SNP ministers have been issued a “wake-up call” after it was revealed the Scottish Government has not even reached the halfway point of its own renewable energy targets.

A headline target in Scotland’s energy strategy, published in 2017 is for 50% of Scotland’s heat, transport and electricity use to be generated from renewable sources by 2030.

Almost all of electricity consumption in Scotland comes from renewables – but transport and heat generation sourced from renewables has stuttered.

Despite the sluggish progress, ministers are expected to bring forward even more ambitious targets in a renewed energy strategy, set to be published next year with Scotland having committed to becoming net zero by 2045.

Net Zero, Energy and Transport Secretary, Michael Matheson, has confirmed that against the 50% target, “the provisional figures for 2019”, the latest available, “indicate that the equivalent of 24% of total Scottish energy consumption came from renewable sources”.

HeraldScotland: Scotland's progress against its renewable energy targetsScotland's progress against its renewable energy targets

He added: “The Scottish Government intends to publish a draft refresh of the 2017 Scottish energy strategy in spring 2022, and we will be reviewing this target as part of this wider piece of work.”

The Scottish Conservatives have called for a renewed energy strategy to be drawn up as a priority, rather than wait until next year.

Scottish Conservative shadow energy and net-zero secretary, Liam Kerr, said: “SNP ministers like to talk a good game when it comes to renewable energy but these figures lay bare an overwhelming failure to hit their own targets.

“To not even be close to ensuring half of our energy comes from renewable sources is a truly dreadful record on the SNP’s watch.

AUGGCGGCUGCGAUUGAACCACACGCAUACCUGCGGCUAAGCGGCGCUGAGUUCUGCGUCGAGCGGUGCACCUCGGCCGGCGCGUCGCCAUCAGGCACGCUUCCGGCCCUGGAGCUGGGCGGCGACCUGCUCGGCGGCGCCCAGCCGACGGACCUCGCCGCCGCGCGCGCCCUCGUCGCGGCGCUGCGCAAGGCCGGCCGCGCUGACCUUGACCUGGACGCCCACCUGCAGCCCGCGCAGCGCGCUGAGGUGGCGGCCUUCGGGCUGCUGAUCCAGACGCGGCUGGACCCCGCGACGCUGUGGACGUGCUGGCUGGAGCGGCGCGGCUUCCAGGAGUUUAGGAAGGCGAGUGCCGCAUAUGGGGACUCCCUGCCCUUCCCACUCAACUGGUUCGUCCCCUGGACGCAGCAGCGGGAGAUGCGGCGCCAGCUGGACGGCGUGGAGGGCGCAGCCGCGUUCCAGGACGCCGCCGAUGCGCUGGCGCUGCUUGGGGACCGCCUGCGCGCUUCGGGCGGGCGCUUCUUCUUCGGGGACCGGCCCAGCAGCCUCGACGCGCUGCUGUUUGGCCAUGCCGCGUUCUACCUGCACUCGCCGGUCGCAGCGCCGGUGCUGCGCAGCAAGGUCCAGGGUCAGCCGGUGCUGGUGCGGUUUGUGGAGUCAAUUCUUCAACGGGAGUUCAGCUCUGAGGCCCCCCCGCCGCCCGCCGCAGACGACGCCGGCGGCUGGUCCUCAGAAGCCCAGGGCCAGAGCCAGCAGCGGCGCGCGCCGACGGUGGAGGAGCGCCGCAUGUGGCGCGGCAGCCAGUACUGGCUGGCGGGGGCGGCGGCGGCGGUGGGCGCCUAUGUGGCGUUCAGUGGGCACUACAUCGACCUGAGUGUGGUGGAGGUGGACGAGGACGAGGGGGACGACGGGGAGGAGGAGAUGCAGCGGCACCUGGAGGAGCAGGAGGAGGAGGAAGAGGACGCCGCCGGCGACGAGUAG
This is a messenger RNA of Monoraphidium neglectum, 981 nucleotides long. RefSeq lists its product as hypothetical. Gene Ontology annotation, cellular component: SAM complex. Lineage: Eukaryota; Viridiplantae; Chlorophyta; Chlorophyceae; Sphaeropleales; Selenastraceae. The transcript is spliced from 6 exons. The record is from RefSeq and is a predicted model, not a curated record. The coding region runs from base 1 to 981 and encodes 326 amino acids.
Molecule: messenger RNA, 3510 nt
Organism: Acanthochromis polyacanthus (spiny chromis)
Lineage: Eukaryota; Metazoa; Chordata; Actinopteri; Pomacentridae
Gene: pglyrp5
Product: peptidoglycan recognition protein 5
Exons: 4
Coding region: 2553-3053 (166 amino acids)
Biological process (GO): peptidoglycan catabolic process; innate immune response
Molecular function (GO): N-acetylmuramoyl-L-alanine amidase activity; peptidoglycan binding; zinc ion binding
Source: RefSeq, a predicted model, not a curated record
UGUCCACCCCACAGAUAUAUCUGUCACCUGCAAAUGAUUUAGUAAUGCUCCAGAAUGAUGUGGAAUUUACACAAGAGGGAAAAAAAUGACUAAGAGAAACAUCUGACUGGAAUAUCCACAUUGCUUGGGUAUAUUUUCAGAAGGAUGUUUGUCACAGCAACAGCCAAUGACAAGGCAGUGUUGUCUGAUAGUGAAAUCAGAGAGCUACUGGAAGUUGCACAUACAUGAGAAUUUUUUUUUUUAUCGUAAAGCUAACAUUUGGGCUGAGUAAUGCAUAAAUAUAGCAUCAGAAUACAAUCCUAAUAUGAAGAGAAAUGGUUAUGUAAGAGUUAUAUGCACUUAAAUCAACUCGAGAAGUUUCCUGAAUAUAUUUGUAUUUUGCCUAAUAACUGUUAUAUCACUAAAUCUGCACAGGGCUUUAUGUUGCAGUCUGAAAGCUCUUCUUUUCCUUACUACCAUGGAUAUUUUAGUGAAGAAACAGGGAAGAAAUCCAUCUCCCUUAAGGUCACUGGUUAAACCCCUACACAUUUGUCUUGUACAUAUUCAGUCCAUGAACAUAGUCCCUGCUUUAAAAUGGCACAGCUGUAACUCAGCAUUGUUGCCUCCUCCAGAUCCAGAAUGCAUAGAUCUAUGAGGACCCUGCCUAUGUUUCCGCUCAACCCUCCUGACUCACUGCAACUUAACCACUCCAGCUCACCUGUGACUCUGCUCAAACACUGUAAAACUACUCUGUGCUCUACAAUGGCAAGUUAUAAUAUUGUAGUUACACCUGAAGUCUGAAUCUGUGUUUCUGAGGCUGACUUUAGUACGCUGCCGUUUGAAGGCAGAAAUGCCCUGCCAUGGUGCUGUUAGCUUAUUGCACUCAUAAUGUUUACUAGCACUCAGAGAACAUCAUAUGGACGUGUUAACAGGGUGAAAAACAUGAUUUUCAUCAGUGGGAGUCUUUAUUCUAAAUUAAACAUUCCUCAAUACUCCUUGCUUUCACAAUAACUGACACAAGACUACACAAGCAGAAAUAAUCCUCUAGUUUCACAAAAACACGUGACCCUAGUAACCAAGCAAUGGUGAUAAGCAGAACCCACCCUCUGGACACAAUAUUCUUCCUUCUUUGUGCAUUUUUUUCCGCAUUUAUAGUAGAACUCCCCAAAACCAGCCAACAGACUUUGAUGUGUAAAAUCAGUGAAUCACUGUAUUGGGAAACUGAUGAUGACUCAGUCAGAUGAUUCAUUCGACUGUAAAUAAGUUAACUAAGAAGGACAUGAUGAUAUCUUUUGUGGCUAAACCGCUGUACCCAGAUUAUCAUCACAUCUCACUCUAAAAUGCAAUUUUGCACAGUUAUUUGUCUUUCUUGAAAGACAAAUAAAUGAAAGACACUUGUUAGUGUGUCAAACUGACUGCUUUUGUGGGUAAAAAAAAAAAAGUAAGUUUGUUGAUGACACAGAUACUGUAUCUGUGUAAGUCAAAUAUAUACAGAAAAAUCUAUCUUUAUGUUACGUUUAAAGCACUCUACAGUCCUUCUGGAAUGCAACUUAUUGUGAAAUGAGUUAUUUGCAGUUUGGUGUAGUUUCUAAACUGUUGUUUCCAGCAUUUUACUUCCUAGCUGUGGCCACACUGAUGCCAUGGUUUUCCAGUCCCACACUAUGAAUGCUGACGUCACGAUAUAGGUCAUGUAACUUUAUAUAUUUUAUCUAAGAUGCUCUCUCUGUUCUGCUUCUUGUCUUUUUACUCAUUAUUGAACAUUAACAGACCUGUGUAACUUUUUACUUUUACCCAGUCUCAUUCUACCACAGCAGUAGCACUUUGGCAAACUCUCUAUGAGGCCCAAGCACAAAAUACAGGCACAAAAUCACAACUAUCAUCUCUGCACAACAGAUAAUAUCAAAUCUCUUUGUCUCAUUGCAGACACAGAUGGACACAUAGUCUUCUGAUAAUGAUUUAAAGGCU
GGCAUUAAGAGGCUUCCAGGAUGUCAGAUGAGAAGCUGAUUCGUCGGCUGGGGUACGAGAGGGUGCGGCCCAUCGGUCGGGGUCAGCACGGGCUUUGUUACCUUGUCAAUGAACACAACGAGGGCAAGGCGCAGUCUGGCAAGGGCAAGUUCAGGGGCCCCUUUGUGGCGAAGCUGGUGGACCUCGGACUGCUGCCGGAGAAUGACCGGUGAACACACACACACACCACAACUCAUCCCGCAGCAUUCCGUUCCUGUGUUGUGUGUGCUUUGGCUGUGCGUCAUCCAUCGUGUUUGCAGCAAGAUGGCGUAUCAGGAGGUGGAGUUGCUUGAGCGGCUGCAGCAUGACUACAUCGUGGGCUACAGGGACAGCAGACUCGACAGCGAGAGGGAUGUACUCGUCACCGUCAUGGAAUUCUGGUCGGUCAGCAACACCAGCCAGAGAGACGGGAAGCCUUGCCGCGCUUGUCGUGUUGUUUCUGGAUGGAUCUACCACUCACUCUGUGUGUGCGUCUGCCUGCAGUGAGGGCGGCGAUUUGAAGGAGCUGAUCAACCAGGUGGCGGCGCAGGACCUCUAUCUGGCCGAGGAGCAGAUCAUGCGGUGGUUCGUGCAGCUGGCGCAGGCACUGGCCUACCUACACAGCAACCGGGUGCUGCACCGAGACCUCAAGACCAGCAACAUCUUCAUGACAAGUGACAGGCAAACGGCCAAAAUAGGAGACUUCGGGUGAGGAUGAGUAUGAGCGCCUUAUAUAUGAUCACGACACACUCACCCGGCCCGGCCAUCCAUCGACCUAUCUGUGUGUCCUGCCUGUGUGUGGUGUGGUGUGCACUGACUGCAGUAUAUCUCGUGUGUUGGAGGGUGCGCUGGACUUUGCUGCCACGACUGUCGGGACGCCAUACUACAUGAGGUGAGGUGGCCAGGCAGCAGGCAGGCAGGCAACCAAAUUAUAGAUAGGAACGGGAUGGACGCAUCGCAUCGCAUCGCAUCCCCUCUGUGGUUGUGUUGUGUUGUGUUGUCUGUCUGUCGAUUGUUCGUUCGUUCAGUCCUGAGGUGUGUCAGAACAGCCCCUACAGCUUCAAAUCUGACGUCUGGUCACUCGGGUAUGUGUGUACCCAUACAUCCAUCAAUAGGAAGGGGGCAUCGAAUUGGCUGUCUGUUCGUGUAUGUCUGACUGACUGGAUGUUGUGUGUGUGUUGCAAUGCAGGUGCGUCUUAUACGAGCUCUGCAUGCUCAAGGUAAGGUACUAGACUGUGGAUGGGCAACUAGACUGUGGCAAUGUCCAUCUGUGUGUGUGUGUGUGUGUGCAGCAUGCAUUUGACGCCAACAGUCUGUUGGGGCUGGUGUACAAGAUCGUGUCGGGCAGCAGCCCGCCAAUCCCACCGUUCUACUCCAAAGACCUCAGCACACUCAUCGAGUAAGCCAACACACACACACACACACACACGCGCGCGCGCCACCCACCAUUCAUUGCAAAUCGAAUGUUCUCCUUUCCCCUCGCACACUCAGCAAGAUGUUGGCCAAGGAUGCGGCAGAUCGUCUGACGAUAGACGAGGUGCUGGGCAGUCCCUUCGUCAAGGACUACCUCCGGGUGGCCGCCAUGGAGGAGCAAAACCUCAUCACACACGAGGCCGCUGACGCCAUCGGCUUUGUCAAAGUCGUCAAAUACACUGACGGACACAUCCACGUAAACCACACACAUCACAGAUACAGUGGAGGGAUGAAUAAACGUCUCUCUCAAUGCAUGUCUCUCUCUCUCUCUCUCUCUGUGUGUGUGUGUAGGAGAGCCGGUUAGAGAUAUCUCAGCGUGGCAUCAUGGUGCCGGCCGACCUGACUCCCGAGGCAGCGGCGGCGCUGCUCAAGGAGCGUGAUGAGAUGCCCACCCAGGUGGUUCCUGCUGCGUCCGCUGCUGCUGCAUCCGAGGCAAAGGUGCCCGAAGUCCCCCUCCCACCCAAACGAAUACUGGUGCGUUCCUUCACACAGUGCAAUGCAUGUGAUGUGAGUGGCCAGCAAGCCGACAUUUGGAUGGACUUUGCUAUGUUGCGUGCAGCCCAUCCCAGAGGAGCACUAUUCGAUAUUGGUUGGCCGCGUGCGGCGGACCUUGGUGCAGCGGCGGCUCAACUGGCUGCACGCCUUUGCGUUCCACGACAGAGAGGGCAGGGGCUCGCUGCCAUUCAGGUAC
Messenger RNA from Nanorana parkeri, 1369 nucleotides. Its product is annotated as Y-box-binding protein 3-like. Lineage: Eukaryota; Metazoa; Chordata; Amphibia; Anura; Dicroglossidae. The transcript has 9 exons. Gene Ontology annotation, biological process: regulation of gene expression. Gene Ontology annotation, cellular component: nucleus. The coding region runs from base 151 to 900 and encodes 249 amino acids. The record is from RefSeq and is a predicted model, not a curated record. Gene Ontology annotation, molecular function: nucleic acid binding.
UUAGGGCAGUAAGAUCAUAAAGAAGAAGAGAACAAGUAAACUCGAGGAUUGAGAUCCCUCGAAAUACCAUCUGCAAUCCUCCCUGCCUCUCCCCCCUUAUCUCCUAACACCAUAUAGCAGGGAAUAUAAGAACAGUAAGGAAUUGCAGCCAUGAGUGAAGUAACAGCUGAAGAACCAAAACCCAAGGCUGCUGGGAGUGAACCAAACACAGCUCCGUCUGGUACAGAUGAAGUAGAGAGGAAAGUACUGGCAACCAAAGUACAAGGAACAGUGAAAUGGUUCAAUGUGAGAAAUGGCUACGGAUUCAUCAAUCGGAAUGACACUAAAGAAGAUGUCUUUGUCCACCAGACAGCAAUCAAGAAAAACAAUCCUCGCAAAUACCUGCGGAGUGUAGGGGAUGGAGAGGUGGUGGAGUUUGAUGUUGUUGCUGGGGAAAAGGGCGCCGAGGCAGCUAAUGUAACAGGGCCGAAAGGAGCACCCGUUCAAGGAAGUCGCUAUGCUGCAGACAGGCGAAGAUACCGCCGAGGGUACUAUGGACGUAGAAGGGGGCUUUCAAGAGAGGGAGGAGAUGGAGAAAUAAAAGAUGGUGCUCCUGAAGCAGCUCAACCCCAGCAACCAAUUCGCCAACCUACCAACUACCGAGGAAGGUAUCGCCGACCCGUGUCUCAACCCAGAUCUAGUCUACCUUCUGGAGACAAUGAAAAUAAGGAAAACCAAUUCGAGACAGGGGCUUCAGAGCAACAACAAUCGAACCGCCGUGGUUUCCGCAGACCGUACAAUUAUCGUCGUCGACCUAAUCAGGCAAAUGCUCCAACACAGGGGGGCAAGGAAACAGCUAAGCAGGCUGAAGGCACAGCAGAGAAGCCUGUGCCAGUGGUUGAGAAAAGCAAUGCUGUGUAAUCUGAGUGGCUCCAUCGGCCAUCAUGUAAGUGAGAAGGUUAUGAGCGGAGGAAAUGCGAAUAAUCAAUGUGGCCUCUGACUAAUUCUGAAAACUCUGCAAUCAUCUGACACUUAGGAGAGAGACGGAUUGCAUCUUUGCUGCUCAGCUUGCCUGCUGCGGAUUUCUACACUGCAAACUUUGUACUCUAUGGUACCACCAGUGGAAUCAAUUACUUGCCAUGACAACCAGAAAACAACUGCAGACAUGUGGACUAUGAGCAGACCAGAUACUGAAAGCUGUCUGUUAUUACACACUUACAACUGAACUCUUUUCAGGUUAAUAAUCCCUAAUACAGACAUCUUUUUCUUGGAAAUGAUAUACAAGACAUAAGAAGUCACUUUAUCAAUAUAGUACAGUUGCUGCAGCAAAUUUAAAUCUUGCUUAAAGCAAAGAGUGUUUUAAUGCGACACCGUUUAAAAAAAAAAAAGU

HeraldScotland: Scotland's renewable energy progressScotland's renewable energy progress

“They have completely failed to back up their warm words with decisive action. The need for urgent measures to promote renewable energy is now, not in Spring 2022.

“The SNP’s Net Zero Secretary must use these figures as a wake-up call to prioritise delivering a much more ambitious renewable energy strategy as quickly as possible, rather than kicking it into the long grass until next year.”

Energy companies have set out their plans to help the transformation of transport and heating networks to renewable sources through sustainable electricity.

Scottish Power Energy Networks has drawn up plans to spend £1.58 billion in central and southern Scotland between 2023 and 2028. The proposals would enable 370,000 electric vehicles and 210,000 domestic heat pumps to be connected over the five-year period.

READ MORE: £1.5bn investment to prepare Scotland's electricity networks for net zero

SSE has also proposed £1.4 billion of investment north of the central belt and islands from 2023 to 2028 including £290 million to support an extra 170,000 electric vehicles and more than 200,000 heat pumps and upgrade the energy resilience of island communities by replacing or upgrading 16 subsea cables.

A Scottish Government spokesperson said: “The decarbonisation of the electricity sector has been a major success of Scotland’s energy policy over the past decade. Provisional figures indicate that renewables provided the equivalent of 96% of Scotland’s gross electricity consumption in 2020, with proposals for a further 14 GW of renewables capacity currently in planning.

“We need a healthy renewable electricity pipeline in order to help decarbonise the energy that we use to heat our homes and power our vehicles – either through the electricity directly, or by using it to produce green hydrogen. This will mean that we need considerably more onshore and offshore wind, as well as hydro, solar and the development of our tidal power potential.

READ MORE: SNP's energy targets at risk by Scottish grid 'premium' charges

“Our updated climate change plan sets us on the pathway to meet Scotland’s emissions reduction targets up to 2032 and steer our just transition to reach net zero by 2045. The package includes over 100 new policies and proposals and presents the most up to date plans for emissions reduction effort for all sectors. It will see electricity emissions fall to zero by 2030.

“The challenge to meet our incredibly stretching emissions reduction targets – across not just the electricity sector, but every corner of our economy and society – cannot be underestimated. We are currently developing our refreshed energy strategy which will reflect our net-zero ambitions and will publish a draft of this strategy in spring 2022.”